By allowing ads to appear on this site, you support the local businesses who, in turn, support great journalism.
Say it ain’t so, Gnate

The Savannah Sand Gnats 2015 home opener is Thursday, April 16.

WHEN I find myself slapping my own face and craving a family-size box of Cracker Jacks, it can mean only one of two things:

Either I’m enduring a particularly gnarly round of PMS, or sand gnat season is upon us.

(Careful, those who snicker that they’re not mutually exclusive might accidentally get their face slapped, too.)

No matter where you are in your cycle, mid- April always marks the return of those miniscule menaces nipping around our hairlines—as well as our man-sized Sand Gnats’ first game of the year.

And while I’d love to see the insects buzz straight into Satan’s piehole and never return, the thought of our beloved boys of summer leaving Savannah for good has got me vexed.

We all know that our minor league baseball team has wanted a new home for years, but last fall’s $55K feasibility study failed to convince city leaders or anyone else to spend $35 million for a fancy stadium at the seemingly ever-barren Savannah River Landings. Lumping a shiny new diamond into the already-approved Westside Arena complex has been suggested but not formally proposed, and options are petering out like Barry Bonds’ testosterone levels.

Speaking of hormones, I don’t think I was the only one overtaken by a bout of uncontrollable weeping when the City of Savannah’s Leisure Services announced a couple of weeks ago that this would be the Sand Gnats’ last season and that the team would be moving to Columbia, SC in 2016. The fact that parent company Hardball Capital has already broken ground on a new stadium there seems damning.

But don’t scarf down a whole pint of Ben ‘n’ Jerry’s just yet. Hardball Capital also recently acquired another team for its stable, the Chattanooga Lookouts, and Sand Gnats President John Katz says the company doesn’t want to leave Savannah without a baseball franchise.

“Nothing has been decided yet,” promised Katz. “We’re still working on possible solutions.”

Whatever they are, they probably won’t include Historic Grayson Stadium, anchoring the northeastern corner of Daffin Park like a lovely old manse. Built in 1926, it may be the oldest operating minor league ballpark in the country and one of the city’s most enchanting landmarks, but even the blindest umpire would call steeerike! on its outlier location and the lack of lavish amenities showcased at other parks (dude, the Myrtle Beach Pelicans have a craft beer garden and mini-golf.)

Add in that the updating and renovations befitting an affiliate of the New York Mets would cost as much or more than building a new stadium and it’s out.

“It’s just not up to the standards of professional baseball,” sighed Katz. “Most of our players can’t walk out of the dugout without bending their heads sideways.”

Sure, Grayson can continue to host high school and college games and would make a fine concert venue. But it portends a certain summertime sadness to think of it without a team to call it home.

Who among us can imagine a Savannah that doesn’t include whiling away the weeknight sunsets under a Big Ass Fan behind the angry guy who mercilessly heckles the rookies?

Or singing “Sweet Caroline” on Thirsty Thursdays and knocking back beers that we never seem to be able to drink fast enough before they turn tepid? How about watching the moon rise over Herty Pines just before we doze off during the seventh inning stretch, then snapping to attention the second the bat cracks?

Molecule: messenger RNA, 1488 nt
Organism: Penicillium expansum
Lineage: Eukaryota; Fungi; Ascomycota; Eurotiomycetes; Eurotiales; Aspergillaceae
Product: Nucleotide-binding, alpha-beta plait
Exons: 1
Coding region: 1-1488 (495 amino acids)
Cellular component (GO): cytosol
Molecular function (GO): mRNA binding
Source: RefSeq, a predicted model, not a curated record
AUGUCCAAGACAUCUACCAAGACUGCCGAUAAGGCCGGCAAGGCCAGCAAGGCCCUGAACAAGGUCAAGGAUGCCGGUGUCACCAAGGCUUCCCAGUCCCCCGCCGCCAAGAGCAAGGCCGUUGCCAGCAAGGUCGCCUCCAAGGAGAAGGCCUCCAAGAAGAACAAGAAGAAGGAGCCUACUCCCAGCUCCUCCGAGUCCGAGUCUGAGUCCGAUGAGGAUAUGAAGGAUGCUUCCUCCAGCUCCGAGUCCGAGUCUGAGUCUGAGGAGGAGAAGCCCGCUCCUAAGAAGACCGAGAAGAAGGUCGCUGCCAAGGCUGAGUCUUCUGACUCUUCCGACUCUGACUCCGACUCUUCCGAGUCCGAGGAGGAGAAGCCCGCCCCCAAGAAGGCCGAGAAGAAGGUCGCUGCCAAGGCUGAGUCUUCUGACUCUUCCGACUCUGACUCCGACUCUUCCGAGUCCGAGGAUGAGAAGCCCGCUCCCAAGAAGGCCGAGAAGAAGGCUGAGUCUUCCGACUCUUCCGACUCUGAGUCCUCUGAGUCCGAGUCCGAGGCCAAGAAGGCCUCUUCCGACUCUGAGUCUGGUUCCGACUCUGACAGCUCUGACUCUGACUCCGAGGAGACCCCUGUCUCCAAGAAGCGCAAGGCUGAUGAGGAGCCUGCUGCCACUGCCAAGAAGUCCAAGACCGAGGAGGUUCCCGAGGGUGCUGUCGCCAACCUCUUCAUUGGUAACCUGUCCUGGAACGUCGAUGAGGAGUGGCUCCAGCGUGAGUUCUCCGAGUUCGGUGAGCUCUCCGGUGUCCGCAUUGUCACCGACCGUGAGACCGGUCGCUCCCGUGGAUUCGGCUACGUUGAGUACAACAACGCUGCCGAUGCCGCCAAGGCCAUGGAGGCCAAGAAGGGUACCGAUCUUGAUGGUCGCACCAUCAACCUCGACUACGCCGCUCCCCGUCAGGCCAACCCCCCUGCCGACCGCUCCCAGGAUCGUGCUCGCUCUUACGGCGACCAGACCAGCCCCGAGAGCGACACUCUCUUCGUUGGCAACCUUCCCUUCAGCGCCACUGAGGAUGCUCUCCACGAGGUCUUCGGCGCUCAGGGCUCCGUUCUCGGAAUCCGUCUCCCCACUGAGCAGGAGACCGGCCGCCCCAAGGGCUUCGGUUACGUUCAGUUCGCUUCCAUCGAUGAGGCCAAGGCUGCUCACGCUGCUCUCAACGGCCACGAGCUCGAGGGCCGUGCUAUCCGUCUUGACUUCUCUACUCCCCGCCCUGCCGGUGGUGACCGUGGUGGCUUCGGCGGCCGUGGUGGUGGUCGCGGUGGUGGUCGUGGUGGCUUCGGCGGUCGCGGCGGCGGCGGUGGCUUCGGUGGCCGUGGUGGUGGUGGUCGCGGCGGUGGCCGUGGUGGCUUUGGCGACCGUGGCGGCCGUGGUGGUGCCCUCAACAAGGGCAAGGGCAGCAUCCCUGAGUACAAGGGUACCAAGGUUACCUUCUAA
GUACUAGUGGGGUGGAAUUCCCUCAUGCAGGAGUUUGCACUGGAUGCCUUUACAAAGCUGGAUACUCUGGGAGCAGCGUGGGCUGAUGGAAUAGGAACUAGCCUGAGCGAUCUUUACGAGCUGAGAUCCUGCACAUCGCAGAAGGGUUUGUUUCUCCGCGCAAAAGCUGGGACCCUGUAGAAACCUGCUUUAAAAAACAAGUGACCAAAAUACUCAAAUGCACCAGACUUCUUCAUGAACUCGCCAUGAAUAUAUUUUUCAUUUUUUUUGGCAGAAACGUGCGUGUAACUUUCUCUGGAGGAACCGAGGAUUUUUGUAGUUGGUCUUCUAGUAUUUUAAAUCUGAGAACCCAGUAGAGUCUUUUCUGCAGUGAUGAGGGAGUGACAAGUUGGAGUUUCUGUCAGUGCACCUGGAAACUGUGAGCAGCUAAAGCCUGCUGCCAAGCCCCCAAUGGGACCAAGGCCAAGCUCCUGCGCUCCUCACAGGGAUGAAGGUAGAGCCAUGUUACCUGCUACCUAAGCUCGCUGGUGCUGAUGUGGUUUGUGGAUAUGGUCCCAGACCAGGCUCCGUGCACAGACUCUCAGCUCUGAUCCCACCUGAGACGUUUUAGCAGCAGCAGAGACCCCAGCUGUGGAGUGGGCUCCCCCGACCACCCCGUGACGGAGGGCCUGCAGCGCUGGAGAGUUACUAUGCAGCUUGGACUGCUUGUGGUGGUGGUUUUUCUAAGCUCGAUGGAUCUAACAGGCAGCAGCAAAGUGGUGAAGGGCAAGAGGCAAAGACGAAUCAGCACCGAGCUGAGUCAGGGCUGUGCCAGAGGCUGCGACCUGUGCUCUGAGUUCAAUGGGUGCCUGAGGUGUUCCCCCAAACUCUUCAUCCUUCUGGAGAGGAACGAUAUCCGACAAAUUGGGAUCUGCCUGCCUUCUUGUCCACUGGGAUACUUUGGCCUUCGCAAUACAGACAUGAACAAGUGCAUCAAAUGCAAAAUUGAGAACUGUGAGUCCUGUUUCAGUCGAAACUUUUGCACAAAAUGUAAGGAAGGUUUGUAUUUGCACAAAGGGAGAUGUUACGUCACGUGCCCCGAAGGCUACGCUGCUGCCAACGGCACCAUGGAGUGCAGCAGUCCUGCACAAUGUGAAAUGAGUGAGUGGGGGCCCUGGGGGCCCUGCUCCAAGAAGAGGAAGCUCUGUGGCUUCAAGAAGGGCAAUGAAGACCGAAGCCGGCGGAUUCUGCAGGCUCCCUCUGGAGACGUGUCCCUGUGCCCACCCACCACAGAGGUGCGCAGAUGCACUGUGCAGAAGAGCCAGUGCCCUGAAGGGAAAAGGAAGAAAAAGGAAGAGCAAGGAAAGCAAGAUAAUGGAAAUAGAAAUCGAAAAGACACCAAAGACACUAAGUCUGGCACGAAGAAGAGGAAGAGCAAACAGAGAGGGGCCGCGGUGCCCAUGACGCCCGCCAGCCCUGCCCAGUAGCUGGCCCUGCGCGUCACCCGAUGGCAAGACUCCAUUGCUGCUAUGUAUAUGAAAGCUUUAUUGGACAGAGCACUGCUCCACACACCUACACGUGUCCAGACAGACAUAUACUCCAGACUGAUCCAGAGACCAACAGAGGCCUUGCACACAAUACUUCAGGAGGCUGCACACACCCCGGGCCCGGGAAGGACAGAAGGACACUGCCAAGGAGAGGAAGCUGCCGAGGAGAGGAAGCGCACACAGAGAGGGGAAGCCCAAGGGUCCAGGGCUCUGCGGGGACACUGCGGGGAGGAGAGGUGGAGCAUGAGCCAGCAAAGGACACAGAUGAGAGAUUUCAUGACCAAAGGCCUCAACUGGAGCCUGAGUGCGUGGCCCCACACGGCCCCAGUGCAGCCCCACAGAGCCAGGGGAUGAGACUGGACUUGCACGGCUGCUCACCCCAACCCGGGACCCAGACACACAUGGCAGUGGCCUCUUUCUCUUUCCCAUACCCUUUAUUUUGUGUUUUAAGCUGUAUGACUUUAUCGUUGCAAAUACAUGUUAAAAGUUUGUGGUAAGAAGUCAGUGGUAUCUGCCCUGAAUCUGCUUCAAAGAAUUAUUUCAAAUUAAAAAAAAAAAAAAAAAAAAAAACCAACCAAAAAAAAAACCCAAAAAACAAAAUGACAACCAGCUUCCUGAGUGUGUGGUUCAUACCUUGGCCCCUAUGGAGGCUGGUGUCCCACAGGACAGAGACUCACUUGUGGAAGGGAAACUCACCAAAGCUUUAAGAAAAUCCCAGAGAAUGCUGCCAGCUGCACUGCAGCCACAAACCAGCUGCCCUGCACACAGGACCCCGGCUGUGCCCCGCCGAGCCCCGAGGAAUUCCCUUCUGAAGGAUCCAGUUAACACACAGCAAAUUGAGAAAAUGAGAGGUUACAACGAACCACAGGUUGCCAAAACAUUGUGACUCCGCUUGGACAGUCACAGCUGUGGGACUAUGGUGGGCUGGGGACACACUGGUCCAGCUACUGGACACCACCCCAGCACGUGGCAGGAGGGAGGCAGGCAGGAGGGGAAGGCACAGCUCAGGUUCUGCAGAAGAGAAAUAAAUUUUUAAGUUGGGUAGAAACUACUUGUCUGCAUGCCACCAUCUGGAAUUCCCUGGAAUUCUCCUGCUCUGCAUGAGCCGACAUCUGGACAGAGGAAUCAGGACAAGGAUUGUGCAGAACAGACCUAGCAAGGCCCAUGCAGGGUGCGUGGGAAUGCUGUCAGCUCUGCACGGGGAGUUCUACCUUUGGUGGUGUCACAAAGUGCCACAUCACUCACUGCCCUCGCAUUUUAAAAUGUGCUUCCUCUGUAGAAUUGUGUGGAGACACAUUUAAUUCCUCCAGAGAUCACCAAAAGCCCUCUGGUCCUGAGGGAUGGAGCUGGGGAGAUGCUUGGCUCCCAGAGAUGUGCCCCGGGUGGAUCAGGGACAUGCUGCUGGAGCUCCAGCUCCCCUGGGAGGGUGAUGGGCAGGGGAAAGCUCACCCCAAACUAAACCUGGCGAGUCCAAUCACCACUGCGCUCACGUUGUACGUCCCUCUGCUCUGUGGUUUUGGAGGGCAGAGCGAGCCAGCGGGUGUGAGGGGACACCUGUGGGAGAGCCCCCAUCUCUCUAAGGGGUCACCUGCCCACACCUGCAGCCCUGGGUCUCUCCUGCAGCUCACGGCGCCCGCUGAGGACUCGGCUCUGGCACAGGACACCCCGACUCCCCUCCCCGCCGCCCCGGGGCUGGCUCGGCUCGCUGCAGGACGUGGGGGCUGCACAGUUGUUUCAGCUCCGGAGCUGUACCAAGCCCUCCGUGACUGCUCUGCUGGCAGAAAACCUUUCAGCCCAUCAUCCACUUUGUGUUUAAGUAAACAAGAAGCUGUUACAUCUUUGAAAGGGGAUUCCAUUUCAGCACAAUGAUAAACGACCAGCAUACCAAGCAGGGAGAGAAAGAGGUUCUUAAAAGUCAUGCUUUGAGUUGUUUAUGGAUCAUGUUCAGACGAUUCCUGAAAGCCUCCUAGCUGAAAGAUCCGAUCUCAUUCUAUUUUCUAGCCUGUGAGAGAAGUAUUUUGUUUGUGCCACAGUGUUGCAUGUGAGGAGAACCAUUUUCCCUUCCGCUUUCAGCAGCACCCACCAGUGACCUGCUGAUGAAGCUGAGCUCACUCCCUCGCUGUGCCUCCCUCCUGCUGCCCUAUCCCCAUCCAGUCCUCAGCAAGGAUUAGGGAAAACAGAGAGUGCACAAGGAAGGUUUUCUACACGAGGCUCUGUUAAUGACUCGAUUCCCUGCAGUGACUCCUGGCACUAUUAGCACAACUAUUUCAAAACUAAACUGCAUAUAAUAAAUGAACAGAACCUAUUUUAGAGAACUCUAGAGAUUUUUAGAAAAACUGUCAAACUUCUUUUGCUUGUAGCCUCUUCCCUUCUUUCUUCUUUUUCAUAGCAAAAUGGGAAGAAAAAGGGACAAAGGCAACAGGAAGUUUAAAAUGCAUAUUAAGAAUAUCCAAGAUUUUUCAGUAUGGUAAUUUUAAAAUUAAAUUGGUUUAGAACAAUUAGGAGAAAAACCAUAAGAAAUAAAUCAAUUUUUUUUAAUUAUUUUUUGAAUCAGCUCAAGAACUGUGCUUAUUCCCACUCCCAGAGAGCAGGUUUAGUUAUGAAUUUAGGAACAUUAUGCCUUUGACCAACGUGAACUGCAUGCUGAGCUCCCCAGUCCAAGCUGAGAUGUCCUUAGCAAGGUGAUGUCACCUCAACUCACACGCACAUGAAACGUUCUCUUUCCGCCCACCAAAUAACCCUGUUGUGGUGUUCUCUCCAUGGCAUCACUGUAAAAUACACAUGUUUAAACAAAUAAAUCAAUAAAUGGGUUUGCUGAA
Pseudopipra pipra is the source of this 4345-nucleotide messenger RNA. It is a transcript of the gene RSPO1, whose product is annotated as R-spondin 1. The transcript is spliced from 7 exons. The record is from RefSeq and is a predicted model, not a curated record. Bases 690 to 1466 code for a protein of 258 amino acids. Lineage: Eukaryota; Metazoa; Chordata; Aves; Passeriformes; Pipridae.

Even lathering ourselves in Skin-So-Soft and having the soles of our shoes stick to the stairs feels sacred.

The only one who won’t miss it any of it is my pug, who has a minor heart attack every Saturday night during the fireworks.

No wonder I’m consoling myself with carbs and old movies. Particularly 1988’s ode to minor league baseball, Bull Durham, in which Kevin Costner as has-been catcher Crash Davis delivers an epically sexy speech to Susan Sarandon’s Annie Savoy informing her that, among other things, he believes in the hanging curve ball, that Lee Harvey Oswald acted alone, and “long, slow, deep, soft, wet kisses that last for three days.”

That monologue has everything to do with why small city, single-A baseball is far more charming than its salary-, scandal- and steroid-bloated MLB big brother. It acknowledges that baseball is about so much more than the game—it’s about the romance. (It’s also the reason I always watch Waterworld when it floats by on late-night TV even though I should know better.)

By the way, the Durham Bulls present an interesting case: After Durham residents voted down a referendum for a new stadium not once but twice in the 1990s, the city council went ahead and approved $16 million for it anyway—and it’s now cited as one of the most important economic drivers of the city. Katz doesn’t discount that some kind of game changer is possible here.

“As they say in spring training, hope springs eternal,” he shrugged, swatting the air at the cloud of gnats swirling around us. “The dreamer in me hopes something will happen to keep baseball in Savannah.”

So take heart, sports fans, because no matter what pitch passes the plate, we still have 70 home games in front of us to cheer on the home team. My big ass plans to be at as many as possible, Cracker Jacks and natural bug shpritz at the ready.

I’m a dreamer myself, and I hope Katz is right that we never know a Savannah without baseball, even if means braving the bugs.

But I’ll tell you right now, I am never going to root for a team called the Fire Ants.